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6 Reasons Why Running is So Hard

If you’ve ever felt that running is difficult, you are not alone. Almost all runners, whether novices or seasoned athletes, have difficulties occasionally.

And while though the science of running is quite simple (you lift your entire body weight and move ahead with each stride), there are many things that might occasionally make your experience unpleasant.

Why does running eventually get challenging?

Strengthening your muscles, cardiovascular system, and mind are all aspects of running’s physics. Even though some runners believe that running is easy when they first start out, there are times when it actually gets fairly difficult.

And not knowing why you’re having trouble jogging at the moment can be frustrating. Let’s clarify this for you, and if you discover something that resonates, that’s great.

What are a few of the challenges of running?

At some time during a three-mile run, we have all slowed down to jogging. Here are some of the causes why you’re training became challenging at some point.

1. Physical fatigue

Running works out the entire body, and the cumulative effects of the wear and tear on various joints are significant. Therefore, it’s crucial to set aside a day or two each week to relax and let your body heal. This is after all where the magic happens.

Everybody needs varying amounts of rest; for elite runners, one day per week is sufficient for your body to recover. Beginner runners frequently run every day, which increases their run time quickly, but after a while, weariness sets in and causes slumps and injuries.

The best strategy to prevent fatigue is to plan adequate rest days into your weekly training schedule (be sure to account for your daily stress and activity as well). Monitoring your heart rate and keeping track of your exertion levels is a wonderful method to achieve this. Most running watches and activity trackers now offer this for you, so if you struggle with weariness and burnout, it might be worth the investment.

2. Insufficient Sleep

You are not receiving enough time to relax and recover, which is one of the reasons for running. A simple route that gets harder and harder is frequently a sign that you have not fully recovered from a workout.

When in reality we should be soaking up the rest and recovery portion of our training schedules, we frequently use rest days to make up for lost or wasted time.

Sleeping patterns are one area that is both simple to miss and challenging to improve. For runners, getting adequate sleep is essential.

3. Reduce your competitiveness

If we are running a familiar track that we have timed in the past, we find ourselves racing against ourselves. Even worse is when we compete against whoever we are running with.

When RUNNING with friends, sometimes our egos get tied up in a chest puffing contest, which causes the pace to pick up as the run goes on.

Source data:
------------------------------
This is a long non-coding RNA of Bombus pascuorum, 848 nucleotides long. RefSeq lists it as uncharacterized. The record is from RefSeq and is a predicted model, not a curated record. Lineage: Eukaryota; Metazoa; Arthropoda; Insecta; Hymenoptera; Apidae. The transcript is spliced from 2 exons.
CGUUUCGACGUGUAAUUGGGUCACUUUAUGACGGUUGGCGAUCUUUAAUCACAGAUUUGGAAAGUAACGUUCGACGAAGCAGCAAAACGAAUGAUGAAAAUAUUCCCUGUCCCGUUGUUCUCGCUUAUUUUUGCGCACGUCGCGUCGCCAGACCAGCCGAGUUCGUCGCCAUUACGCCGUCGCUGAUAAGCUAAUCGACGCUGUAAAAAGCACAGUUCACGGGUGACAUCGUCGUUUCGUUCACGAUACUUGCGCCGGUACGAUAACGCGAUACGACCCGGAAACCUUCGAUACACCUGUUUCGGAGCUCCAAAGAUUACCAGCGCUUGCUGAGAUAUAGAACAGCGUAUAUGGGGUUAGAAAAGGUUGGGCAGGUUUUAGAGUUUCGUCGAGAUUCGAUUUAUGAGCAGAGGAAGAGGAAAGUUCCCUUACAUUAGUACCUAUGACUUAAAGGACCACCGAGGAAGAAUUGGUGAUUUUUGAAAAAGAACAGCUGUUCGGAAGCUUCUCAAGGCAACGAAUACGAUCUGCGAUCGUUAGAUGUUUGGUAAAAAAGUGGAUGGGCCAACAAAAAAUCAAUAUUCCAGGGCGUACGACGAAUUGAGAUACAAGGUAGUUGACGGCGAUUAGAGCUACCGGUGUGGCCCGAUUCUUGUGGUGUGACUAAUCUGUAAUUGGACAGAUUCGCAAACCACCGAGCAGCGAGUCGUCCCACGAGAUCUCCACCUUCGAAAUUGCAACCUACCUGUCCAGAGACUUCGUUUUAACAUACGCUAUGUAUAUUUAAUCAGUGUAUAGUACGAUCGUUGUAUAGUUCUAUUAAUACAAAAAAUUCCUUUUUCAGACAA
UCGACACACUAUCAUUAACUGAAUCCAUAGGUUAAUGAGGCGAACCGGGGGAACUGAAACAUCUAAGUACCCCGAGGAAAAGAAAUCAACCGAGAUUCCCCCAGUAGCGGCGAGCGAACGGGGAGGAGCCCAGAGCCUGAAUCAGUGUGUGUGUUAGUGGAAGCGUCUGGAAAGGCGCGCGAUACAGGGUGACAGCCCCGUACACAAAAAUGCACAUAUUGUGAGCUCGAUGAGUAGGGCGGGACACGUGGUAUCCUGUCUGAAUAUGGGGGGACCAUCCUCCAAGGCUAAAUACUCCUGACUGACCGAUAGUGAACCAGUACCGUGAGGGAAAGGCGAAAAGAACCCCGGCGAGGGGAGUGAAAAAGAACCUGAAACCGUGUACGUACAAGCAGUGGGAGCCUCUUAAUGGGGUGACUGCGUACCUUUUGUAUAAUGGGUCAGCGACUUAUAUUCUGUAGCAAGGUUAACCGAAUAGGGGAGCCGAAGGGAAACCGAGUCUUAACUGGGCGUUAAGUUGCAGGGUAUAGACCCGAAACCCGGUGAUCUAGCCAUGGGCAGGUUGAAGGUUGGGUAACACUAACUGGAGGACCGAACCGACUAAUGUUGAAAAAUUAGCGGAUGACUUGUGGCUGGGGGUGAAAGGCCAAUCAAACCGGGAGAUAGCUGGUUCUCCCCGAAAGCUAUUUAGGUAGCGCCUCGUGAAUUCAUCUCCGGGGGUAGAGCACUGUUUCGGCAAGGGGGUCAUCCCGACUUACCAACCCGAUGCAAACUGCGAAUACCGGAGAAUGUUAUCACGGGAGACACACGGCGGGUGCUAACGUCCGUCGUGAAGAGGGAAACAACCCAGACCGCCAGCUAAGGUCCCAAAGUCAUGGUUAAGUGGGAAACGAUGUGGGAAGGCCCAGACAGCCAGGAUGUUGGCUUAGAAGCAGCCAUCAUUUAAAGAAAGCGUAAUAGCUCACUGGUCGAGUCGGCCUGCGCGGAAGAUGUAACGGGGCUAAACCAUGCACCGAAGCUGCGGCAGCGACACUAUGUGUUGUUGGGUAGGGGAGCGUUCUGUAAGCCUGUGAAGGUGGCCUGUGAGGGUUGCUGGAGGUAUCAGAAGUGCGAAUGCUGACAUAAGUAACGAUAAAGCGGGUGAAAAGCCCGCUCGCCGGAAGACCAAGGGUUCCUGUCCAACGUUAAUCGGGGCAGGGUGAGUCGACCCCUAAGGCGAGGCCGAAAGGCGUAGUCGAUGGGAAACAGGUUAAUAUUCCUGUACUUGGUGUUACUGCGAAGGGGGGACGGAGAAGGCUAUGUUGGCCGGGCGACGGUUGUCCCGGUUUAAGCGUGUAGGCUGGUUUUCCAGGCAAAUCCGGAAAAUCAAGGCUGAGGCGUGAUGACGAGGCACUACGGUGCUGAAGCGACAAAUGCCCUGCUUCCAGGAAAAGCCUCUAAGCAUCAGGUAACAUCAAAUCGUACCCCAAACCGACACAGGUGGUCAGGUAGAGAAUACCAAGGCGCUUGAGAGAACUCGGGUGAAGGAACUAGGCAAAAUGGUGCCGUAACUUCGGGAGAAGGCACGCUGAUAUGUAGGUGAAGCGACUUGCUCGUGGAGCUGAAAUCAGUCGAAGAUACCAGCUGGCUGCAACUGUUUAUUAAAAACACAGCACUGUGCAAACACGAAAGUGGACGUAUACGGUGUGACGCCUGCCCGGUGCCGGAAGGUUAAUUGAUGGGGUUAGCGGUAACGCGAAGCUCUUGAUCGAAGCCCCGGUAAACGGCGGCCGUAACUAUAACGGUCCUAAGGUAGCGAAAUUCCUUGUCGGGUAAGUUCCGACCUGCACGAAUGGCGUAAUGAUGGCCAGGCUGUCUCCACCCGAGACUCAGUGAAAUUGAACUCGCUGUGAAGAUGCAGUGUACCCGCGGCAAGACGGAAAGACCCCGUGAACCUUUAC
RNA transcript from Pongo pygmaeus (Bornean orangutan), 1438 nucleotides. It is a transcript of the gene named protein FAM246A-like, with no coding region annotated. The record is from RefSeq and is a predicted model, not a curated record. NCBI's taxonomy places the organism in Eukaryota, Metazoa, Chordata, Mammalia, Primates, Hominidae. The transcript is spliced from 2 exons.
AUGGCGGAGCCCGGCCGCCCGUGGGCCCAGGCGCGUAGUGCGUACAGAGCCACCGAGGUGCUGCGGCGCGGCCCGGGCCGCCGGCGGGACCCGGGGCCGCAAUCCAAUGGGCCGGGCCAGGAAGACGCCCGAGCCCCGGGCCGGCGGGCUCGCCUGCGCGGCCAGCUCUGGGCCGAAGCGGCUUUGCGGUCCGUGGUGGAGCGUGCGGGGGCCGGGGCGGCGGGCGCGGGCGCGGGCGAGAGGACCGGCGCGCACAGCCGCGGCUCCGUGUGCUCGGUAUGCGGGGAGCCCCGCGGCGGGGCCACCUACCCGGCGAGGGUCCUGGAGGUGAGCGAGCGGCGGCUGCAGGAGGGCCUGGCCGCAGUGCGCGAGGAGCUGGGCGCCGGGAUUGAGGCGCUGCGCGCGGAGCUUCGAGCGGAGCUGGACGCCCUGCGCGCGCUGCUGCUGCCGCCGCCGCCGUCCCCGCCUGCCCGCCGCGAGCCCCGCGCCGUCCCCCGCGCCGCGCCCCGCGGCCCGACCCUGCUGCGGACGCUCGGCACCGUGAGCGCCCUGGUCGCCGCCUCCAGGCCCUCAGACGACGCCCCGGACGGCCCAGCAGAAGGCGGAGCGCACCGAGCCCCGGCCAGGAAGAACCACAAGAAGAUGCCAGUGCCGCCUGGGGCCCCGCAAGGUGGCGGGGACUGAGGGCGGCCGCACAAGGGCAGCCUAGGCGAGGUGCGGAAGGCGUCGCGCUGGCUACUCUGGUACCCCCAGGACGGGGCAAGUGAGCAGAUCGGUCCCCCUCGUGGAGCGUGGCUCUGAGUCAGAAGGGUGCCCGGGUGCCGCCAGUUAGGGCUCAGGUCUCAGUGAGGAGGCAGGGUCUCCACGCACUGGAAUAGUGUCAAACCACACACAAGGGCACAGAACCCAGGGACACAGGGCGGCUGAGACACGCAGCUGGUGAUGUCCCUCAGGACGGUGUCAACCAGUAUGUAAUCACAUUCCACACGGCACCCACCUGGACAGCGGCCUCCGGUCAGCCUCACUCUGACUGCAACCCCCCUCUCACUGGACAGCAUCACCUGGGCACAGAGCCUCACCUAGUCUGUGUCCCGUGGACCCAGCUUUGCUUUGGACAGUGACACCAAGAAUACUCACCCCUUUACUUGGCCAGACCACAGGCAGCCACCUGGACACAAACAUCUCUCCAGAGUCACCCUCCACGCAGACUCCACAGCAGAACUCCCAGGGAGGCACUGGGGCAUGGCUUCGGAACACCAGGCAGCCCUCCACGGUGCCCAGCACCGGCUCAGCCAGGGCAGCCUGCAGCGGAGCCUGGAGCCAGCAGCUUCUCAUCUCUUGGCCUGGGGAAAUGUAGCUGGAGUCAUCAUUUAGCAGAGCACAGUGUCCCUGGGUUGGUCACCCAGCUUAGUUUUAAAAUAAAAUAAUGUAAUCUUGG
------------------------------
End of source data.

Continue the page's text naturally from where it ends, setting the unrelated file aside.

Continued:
The tenacious runner in you emerges before you know it, and you continue to stand your ground until you are both sprinting. Ironically, it tends to be the more courageous of the two of you who eventually backs off or says anything.

Naturally, this is invariably followed by a “you started it” finger-pointing exchange.

Try to be the bigger person the next time you see this happening and take a step back; they’ll probably be glad you did!

4. Consist of cross-training

Running might be challenging at times because we lack the strength or stamina to keep up the action for as long as we would like. Focusing on including strength- or cross-training activities into your weekly training can increase not only your physical strength, but also the efficiency of your heart and lungs.

Any training program should include cross-training because it will help you avoid injuries as your mileage rises. If you suddenly find that running is difficult, you may want to increase your cross-training while keeping your mileage down until it becomes less difficult.

5. Don’t forget to take breaks.

You may not be receiving enough rest or recuperation time, which could be another factor contributing to how challenging running feels right now. Running seems difficult when we haven’t fully recovered from the previous run or session, which is frequently the case.

It’s simple to get carried away with the novelty of a new training schedule or to exploit those downtimes to make up for lost mileage in the beginning. For your body to recuperate, it’s important to keep at least one rest day per week if jogging is difficult for you.

6. Get ready by warming up

Many novice runners neglect to warm up, which is an essential part of jogging. Before jogging, warming up your muscles will assist them become more flexible and prepared.

Sometimes the first few minutes of a run are so challenging that we give up or become disheartened right away. Usually, though, all we need to do to prevent this is take a short while to get our bodies and minds ready for the run.


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